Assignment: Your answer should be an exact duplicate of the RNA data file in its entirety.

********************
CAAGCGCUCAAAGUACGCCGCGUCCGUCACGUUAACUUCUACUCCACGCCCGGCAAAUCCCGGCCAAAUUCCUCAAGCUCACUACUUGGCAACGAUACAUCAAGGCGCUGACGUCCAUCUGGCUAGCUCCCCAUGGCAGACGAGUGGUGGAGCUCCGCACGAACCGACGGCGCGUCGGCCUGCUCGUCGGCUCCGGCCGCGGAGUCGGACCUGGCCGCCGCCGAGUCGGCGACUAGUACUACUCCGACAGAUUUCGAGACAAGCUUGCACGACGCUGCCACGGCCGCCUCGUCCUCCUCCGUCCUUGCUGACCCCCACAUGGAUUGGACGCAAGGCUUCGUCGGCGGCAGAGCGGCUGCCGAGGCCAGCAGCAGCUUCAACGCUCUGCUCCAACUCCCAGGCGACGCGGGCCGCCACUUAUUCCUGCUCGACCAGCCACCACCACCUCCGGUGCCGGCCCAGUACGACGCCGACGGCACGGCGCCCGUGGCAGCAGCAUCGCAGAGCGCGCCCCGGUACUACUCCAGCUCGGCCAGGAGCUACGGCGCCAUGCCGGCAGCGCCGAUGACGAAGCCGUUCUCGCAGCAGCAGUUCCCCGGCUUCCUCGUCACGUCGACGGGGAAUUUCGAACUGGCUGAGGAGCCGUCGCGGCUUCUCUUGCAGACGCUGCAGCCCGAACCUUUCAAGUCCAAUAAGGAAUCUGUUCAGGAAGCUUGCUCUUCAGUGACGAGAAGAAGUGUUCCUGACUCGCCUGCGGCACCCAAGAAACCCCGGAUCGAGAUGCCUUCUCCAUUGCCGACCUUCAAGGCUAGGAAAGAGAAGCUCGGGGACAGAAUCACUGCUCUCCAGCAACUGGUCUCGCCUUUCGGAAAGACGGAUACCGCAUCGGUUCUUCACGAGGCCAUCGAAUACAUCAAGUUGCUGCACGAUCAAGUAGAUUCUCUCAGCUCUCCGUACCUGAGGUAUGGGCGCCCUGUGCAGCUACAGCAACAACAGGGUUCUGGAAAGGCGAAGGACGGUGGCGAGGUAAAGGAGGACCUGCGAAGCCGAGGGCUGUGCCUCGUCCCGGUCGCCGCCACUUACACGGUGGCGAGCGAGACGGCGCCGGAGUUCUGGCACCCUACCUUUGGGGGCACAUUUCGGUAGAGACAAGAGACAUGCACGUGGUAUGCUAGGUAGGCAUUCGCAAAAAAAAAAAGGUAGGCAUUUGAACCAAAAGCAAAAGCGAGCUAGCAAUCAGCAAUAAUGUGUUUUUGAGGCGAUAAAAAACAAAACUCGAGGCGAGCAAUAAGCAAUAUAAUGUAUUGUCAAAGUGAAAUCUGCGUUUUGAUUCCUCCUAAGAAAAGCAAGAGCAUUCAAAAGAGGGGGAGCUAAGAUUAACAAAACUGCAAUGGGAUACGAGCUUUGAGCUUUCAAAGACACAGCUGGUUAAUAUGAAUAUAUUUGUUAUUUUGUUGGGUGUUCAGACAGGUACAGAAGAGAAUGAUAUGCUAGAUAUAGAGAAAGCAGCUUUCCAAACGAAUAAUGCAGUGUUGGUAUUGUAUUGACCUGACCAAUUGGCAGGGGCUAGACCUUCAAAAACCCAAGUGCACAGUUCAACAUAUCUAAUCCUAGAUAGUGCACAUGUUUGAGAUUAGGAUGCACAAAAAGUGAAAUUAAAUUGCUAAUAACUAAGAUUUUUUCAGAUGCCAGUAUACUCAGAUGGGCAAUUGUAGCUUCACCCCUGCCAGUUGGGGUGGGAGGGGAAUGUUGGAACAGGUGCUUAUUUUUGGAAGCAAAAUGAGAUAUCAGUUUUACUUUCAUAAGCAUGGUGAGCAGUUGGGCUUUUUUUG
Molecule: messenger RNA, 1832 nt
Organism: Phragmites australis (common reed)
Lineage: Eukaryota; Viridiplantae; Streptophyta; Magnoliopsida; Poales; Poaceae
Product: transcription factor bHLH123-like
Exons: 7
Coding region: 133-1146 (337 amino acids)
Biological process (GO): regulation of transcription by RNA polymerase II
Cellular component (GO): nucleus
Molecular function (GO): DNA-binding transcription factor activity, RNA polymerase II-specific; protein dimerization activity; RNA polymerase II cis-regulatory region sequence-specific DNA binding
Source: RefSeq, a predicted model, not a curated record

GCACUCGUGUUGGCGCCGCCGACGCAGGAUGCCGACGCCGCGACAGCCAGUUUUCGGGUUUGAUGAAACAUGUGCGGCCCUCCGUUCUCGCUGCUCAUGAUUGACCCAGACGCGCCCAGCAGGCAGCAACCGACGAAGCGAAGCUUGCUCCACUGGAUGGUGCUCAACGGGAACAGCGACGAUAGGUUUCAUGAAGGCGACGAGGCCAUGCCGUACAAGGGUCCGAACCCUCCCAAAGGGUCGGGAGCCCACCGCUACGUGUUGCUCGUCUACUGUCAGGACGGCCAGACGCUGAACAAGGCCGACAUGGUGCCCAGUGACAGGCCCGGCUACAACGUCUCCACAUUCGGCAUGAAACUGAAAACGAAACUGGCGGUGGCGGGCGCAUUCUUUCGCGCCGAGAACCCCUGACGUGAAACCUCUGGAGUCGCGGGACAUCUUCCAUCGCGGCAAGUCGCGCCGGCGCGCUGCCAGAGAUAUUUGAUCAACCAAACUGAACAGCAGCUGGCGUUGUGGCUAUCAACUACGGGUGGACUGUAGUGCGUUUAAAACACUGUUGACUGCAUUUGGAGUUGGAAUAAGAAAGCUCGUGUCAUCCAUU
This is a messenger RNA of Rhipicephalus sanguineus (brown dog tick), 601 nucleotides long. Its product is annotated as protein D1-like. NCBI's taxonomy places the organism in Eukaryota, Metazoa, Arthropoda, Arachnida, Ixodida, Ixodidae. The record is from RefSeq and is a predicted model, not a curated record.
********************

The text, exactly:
CAAGCGCUCAAAGUACGCCGCGUCCGUCACGUUAACUUCUACUCCACGCCCGGCAAAUCCCGGCCAAAUUCCUCAAGCUCACUACUUGGCAACGAUACAUCAAGGCGCUGACGUCCAUCUGGCUAGCUCCCCAUGGCAGACGAGUGGUGGAGCUCCGCACGAACCGACGGCGCGUCGGCCUGCUCGUCGGCUCCGGCCGCGGAGUCGGACCUGGCCGCCGCCGAGUCGGCGACUAGUACUACUCCGACAGAUUUCGAGACAAGCUUGCACGACGCUGCCACGGCCGCCUCGUCCUCCUCCGUCCUUGCUGACCCCCACAUGGAUUGGACGCAAGGCUUCGUCGGCGGCAGAGCGGCUGCCGAGGCCAGCAGCAGCUUCAACGCUCUGCUCCAACUCCCAGGCGACGCGGGCCGCCACUUAUUCCUGCUCGACCAGCCACCACCACCUCCGGUGCCGGCCCAGUACGACGCCGACGGCACGGCGCCCGUGGCAGCAGCAUCGCAGAGCGCGCCCCGGUACUACUCCAGCUCGGCCAGGAGCUACGGCGCCAUGCCGGCAGCGCCGAUGACGAAGCCGUUCUCGCAGCAGCAGUUCCCCGGCUUCCUCGUCACGUCGACGGGGAAUUUCGAACUGGCUGAGGAGCCGUCGCGGCUUCUCUUGCAGACGCUGCAGCCCGAACCUUUCAAGUCCAAUAAGGAAUCUGUUCAGGAAGCUUGCUCUUCAGUGACGAGAAGAAGUGUUCCUGACUCGCCUGCGGCACCCAAGAAACCCCGGAUCGAGAUGCCUUCUCCAUUGCCGACCUUCAAGGCUAGGAAAGAGAAGCUCGGGGACAGAAUCACUGCUCUCCAGCAACUGGUCUCGCCUUUCGGAAAGACGGAUACCGCAUCGGUUCUUCACGAGGCCAUCGAAUACAUCAAGUUGCUGCACGAUCAAGUAGAUUCUCUCAGCUCUCCGUACCUGAGGUAUGGGCGCCCUGUGCAGCUACAGCAACAACAGGGUUCUGGAAAGGCGAAGGACGGUGGCGAGGUAAAGGAGGACCUGCGAAGCCGAGGGCUGUGCCUCGUCCCGGUCGCCGCCACUUACACGGUGGCGAGCGAGACGGCGCCGGAGUUCUGGCACCCUACCUUUGGGGGCACAUUUCGGUAGAGACAAGAGACAUGCACGUGGUAUGCUAGGUAGGCAUUCGCAAAAAAAAAAAGGUAGGCAUUUGAACCAAAAGCAAAAGCGAGCUAGCAAUCAGCAAUAAUGUGUUUUUGAGGCGAUAAAAAACAAAACUCGAGGCGAGCAAUAAGCAAUAUAAUGUAUUGUCAAAGUGAAAUCUGCGUUUUGAUUCCUCCUAAGAAAAGCAAGAGCAUUCAAAAGAGGGGGAGCUAAGAUUAACAAAACUGCAAUGGGAUACGAGCUUUGAGCUUUCAAAGACACAGCUGGUUAAUAUGAAUAUAUUUGUUAUUUUGUUGGGUGUUCAGACAGGUACAGAAGAGAAUGAUAUGCUAGAUAUAGAGAAAGCAGCUUUCCAAACGAAUAAUGCAGUGUUGGUAUUGUAUUGACCUGACCAAUUGGCAGGGGCUAGACCUUCAAAAACCCAAGUGCACAGUUCAACAUAUCUAAUCCUAGAUAGUGCACAUGUUUGAGAUUAGGAUGCACAAAAAGUGAAAUUAAAUUGCUAAUAACUAAGAUUUUUUCAGAUGCCAGUAUACUCAGAUGGGCAAUUGUAGCUUCACCCCUGCCAGUUGGGGUGGGAGGGGAAUGUUGGAACAGGUGCUUAUUUUUGGAAGCAAAAUGAGAUAUCAGUUUUACUUUCAUAAGCAUGGUGAGCAGUUGGGCUUUUUUUG
Molecule: messenger RNA, 1832 nt
Organism: Phragmites australis (common reed)
Lineage: Eukaryota; Viridiplantae; Streptophyta; Magnoliopsida; Poales; Poaceae
Product: transcription factor bHLH123-like
Exons: 7
Coding region: 133-1146 (337 amino acids)
Biological process (GO): regulation of transcription by RNA polymerase II
Cellular component (GO): nucleus
Molecular function (GO): DNA-binding transcription factor activity, RNA polymerase II-specific; protein dimerization activity; RNA polymerase II cis-regulatory region sequence-specific DNA binding
Source: RefSeq, a predicted model, not a curated record

GCACUCGUGUUGGCGCCGCCGACGCAGGAUGCCGACGCCGCGACAGCCAGUUUUCGGGUUUGAUGAAACAUGUGCGGCCCUCCGUUCUCGCUGCUCAUGAUUGACCCAGACGCGCCCAGCAGGCAGCAACCGACGAAGCGAAGCUUGCUCCACUGGAUGGUGCUCAACGGGAACAGCGACGAUAGGUUUCAUGAAGGCGACGAGGCCAUGCCGUACAAGGGUCCGAACCCUCCCAAAGGGUCGGGAGCCCACCGCUACGUGUUGCUCGUCUACUGUCAGGACGGCCAGACGCUGAACAAGGCCGACAUGGUGCCCAGUGACAGGCCCGGCUACAACGUCUCCACAUUCGGCAUGAAACUGAAAACGAAACUGGCGGUGGCGGGCGCAUUCUUUCGCGCCGAGAACCCCUGACGUGAAACCUCUGGAGUCGCGGGACAUCUUCCAUCGCGGCAAGUCGCGCCGGCGCGCUGCCAGAGAUAUUUGAUCAACCAAACUGAACAGCAGCUGGCGUUGUGGCUAUCAACUACGGGUGGACUGUAGUGCGUUUAAAACACUGUUGACUGCAUUUGGAGUUGGAAUAAGAAAGCUCGUGUCAUCCAUU
This is a messenger RNA of Rhipicephalus sanguineus (brown dog tick), 601 nucleotides long. Its product is annotated as protein D1-like. NCBI's taxonomy places the organism in Eukaryota, Metazoa, Arthropoda, Arachnida, Ixodida, Ixodidae. The record is from RefSeq and is a predicted model, not a curated record.